3. Integration has gotten a lot easier. The integrated suite story was more convincing 20 or even 10 years ago, when the choices for integration were either brittle point-to-point flat file interfaces or complex middleware or integration hubs that required substantial investment before the first integration could be built. Today, application programming interfaces (APIs) and web services make integration a lot easier than it used to be in the past. SaaS providers, in particular, have gotten very good at integrating with other systems, whether cloud or on-premises, as this is a common requirement among their customers. So, the problem has gotten smaller.

  4. Not all integration points are equally critical. In a recent CRM selection, the incumbent ERP vendor made the claim that there were something like 300 integration points between the vendor's ERP and CRM systems. Did the buyer really want to program all these touch points between ERP and some third-party CRM provider? It's a good sales pitch. But when we investigated further, we found that there were really only a handful of integration points that really mattered to this customer. For example, if pricing only changes once a year, is it really necessary to have the CRM pricing tables automatically updated from the ERP pricing tables? Investigate your real needs for integration and often you will find they are much less than your incumbent vendor will claim. 
In addition, think about the benefits of not having all of your enterprise system "eggs" in one basket. True, there are benefits to having fewer vendors in your applications portfolio. At the same time, it is possible to have too few--to grant too much power to a single vendor. Behind closed doors, suite vendors talk about how much "share of wallet" they have among their customers. But is it in your best interest to have so much of your IT spending wrapped up with a single provider?

Situations Where Integration Is a High Priority

To be sure, there are situations where integration should be a high priority. I would not like to see an organization pick an accounts payable module from one vendor and a purchasing module from another. These functions are too tightly coupled. Furthermore, purchasing and accounts payable are generally not systems of strategic advantage. Customers are better off buying them from a single ERP vendor, implement them, and move on to more strategic opportunities. 

Likewise, in supply chain management, I don't like to see sales and operations planning, advanced planning, and event management selected from different vendors. These functions form a closed loop with a single data model. Material planners need to be able to perform these functions simultaneously in parallel. Building interfaces to cascade information from one system to another is simply too cumbersome.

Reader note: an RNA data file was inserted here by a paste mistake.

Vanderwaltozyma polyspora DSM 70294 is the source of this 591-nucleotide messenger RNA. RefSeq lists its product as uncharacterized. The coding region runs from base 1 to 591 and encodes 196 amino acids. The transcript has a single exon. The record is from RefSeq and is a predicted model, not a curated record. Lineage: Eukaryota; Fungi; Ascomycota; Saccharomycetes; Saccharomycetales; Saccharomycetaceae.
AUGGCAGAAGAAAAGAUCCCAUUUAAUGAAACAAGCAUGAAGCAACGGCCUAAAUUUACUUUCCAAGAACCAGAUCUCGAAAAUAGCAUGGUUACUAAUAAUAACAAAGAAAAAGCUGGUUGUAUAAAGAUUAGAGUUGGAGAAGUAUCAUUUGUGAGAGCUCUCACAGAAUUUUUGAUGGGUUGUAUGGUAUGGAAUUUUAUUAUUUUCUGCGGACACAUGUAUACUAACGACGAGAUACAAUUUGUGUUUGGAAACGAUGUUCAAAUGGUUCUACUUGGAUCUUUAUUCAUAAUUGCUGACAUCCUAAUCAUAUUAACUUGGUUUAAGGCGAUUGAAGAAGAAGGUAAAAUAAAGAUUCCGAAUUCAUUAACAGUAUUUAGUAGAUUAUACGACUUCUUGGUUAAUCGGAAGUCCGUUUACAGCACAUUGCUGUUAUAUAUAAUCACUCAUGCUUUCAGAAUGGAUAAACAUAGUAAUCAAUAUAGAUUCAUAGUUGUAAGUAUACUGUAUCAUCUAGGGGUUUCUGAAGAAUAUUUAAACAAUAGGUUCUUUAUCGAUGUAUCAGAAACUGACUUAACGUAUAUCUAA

Criteria for Evaluating Integration Needs

I don't expect that the large integrated suite vendors will change their message. For them, suites always win. But for buyers, I recommend a broader perspective.
  • Is the system you are looking for one that must be integrated with other systems in your portfolio? 
  • If so, can you verify that your incumbent vendor has really integrated those two systems? 
  • How many integration points are really needed, and how many are nice-to-haves that could be satisfied with a simple work around?
  • For those that need automated integration, how difficult would it be for another vendor to provide that integration? 
  • Do third party vendors have references that have done that same integration with other customers? 
  • Do the benefits of a third-party vendor in terms of adoption, ease-of-use, and competitive advantage outweigh the benefits of pre-built integration? 
Finally, is the system you are looking for one where innovation, competitive advantage, ease of use, and high adoption are top priorities?  If so, the best choice may not be from your incumbent provider. The fact that the large Tier I suite vendors have been acquiring smaller best-of-breed providers is evidence that leading edge innovation is happening outside of the integrated suites.

Customers should think through the answers to these questions and make the right decisions for their businesses. If they do so, many times, suites won't win.

Related Posts

Vendor application integration tools are no silver bullet
Implement EAI, or just roll your own?  

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by Frank Scavo, 2/06/2014 01:47:00 PM | permalink | e-mail this!


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Independent analysis of issues and trends in enterprise applications software and the strengths, weaknesses, advantages, and disadvantages of the vendors that provide them.

About the Enterprise System Spectator.